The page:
Västerås: A walk back in time

As classic cars assemble for the annual Power Big Meet, Robert La Bua takes in the medieval charm of host town Västerås.

Västerås: A walk back in time

The history of Västerås stretches back more than a thousand years; at 59 minutes, it’s less than an hour away from Stockholm by rail, yet worlds away in atmosphere.

The train goes past some rather colourless industrial estates and one very smelly farm—survive these challenges to the senses and be rewarded with the charmingly evocative old town centre of Västerås, located in Västmanland county. Of course, Västerås is as thoroughly modern a city as any in Sweden, but it is the unique attractions of its historic past that grab one’s attention immediately upon arrival.

Västerås Central Station is located right across the street from a big park, Vasaparken to be precise, which serves as an ersatz looking glass; a walk through it takes you back in time on the other side. The first step, though, is not so far back—only to 1963, the year when the imposing City Hall’s current structure, designed by Sven Ahlbom, was completed. Today, the golden sculptures adorning its western façade complement the 65m tower, which houses 47 bells, the largest peal (set of bells) in Sweden. Sharing the same square, Fiskartorget, is the genteel home of the Västerås Konstmuseum.

It is further north that the city shows its age—in a good way. The Church, as was so often the case in medieval times, was the centre of life in the town. Today, past the seemingly whimsical statue of Bishop Johannes Rudbeckius to the left of its entrance, the very imposing Västerås Domkyrka remains one of the city’s principal attractions and houses one of Sweden’s largest organs, dating from the 17th century.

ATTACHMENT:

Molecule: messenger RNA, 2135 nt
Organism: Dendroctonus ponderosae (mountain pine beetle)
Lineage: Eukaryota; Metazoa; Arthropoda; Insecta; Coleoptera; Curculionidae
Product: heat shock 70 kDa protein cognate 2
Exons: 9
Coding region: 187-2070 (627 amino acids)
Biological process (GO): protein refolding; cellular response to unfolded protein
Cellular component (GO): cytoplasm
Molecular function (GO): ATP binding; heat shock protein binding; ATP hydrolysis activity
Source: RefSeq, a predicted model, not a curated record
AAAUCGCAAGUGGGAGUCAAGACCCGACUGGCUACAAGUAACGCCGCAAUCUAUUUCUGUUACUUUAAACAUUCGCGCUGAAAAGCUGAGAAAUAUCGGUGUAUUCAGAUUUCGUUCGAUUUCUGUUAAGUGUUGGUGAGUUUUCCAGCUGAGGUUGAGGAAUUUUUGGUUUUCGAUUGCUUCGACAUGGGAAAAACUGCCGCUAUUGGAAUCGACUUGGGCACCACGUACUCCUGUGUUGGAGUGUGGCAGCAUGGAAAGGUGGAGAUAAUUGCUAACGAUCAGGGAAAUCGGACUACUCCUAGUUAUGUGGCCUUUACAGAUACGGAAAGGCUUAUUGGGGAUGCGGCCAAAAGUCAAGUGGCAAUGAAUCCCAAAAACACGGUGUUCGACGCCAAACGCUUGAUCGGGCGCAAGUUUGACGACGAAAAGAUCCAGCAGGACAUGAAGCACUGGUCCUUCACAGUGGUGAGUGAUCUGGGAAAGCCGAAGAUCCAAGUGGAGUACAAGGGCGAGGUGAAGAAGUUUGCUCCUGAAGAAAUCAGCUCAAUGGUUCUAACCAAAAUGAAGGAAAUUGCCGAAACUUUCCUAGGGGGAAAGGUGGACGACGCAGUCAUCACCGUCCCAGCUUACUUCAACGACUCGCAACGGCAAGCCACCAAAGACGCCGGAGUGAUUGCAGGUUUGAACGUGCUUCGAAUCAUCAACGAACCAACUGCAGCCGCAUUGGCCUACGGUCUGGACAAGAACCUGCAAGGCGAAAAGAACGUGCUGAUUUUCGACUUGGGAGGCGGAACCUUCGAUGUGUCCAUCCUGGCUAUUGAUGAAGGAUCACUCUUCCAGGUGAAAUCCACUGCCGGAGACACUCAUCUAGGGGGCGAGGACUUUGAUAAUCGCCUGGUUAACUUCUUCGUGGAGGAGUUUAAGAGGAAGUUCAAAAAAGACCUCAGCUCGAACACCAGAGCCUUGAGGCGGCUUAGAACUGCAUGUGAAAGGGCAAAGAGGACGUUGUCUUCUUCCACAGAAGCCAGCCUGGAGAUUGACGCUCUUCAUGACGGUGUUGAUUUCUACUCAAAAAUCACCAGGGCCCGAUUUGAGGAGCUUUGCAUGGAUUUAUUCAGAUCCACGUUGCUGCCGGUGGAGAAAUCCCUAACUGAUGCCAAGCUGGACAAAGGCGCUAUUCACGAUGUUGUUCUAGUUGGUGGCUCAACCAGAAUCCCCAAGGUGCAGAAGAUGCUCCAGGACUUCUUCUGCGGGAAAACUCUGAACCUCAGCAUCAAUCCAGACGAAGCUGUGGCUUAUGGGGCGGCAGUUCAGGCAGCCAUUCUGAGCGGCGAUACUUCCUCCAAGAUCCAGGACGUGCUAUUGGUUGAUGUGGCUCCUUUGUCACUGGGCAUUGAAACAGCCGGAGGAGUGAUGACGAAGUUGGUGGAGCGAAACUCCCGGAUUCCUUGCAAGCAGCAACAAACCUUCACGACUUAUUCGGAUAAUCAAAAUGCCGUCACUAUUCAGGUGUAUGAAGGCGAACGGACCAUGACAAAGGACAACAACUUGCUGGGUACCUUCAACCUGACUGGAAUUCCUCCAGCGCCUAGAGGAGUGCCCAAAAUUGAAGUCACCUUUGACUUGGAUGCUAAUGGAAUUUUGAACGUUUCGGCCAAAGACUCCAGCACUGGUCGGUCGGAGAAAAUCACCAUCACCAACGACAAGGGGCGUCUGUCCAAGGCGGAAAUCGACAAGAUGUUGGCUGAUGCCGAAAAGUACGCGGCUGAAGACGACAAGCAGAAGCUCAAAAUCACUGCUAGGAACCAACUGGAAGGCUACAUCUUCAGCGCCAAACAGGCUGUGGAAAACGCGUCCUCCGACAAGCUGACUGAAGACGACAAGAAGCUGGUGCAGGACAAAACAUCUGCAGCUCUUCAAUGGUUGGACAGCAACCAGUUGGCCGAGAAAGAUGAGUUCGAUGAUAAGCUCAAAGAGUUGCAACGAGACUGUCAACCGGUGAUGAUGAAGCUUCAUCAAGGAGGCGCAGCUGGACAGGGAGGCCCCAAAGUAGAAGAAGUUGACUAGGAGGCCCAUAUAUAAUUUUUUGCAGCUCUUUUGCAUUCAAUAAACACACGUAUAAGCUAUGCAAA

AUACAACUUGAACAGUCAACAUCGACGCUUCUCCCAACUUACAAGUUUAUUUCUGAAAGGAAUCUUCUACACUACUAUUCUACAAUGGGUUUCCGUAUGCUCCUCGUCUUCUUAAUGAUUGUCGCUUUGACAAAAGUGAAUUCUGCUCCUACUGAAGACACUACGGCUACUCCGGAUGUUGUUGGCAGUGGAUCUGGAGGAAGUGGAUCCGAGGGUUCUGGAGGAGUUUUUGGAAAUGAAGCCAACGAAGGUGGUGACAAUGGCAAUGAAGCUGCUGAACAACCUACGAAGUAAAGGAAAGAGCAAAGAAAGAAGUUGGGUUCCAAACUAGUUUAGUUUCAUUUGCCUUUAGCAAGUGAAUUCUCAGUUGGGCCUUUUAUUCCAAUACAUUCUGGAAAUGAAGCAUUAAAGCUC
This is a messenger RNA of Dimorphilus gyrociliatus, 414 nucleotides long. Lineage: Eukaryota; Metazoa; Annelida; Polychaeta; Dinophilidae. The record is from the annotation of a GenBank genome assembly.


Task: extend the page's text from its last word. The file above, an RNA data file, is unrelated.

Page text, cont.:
On what used to be grounds of the cathedral, across the street among several former service buildings, sits the small structure known as the Proba, a prison for priests, government officials, and other offenders of the time. The Proba was used in this capacity right up until 1801. Probas were not uncommon in the past, but they certainly are today; in fact, the one in Västerås is the last of its kind. Not that there’s a lack of need.

A bit further north again is the jewel in the Västerås crown of attractions, the humble yet captivating Kyrkbacken. Here in the Church Green, amid the small cabins that housed the city’s poor and derelict during the 16th century, new life springs forth from the quaint homes, art galleries, and assorted creative businesses revitalising this atmospheric quarter. If Kyrkbacken were in a larger city in another country, the fast-food outlets and T-shirt shops would have taken over long ago; there is none of that here. Indeed, it is the complete integrity of the place that adds to its charm; with the well-tended garden lanes adding to the ambience, the sum is greater than its parts. Also dating from the 16th century is the nearby Botaniska Trädgården, site of the oldest horticultural school in Sweden; today, several modern sculptures complement the plants and peacefulness.

Not all the Old Town’s attractions are old. There are numerous cafés with outdoor seating to breathe in the atmosphere along with the aroma of fresh coffee, and the many parks and gardens make for pleasant strolling. On Stora Torg is a modern sculpture called The Asea Stream portraying several men on their bicycles on their way to work at Asea Brown Boveri, which has its worldwide headquarters in the city. The statue was created by Västerås artist B.G. Broström and may also be considered a tribute to the city’s cycling paths; there are more than 300km of paths for two-wheeled enthusiasts.

Four-wheeled enthusiasts should circle the dates 2-4 July on their calendars, or key them into their PDAs, and make plans to spend US Independence Day at Västerås’ Power Big Meet, one of the largest car meets in the world, bringing together thousands of owners of American-made cars and their admirers—and, undoubtedly, a lot of bored wives and girlfriends once again keeping their men appeased. Not that women are uninterested, of course; they figure highly in the number of visitors eager to see the results of the judging to determine Best In Show. A swap meet is also part of the fun; where else in Sverige can you find a bumper for a ’57 Ford Fairlane? Early arrivals participating in the show will be rewarded for their bleary eyes with one of a limited number of Power license plates, which will become instant collectors’ items the moment they are distributed.


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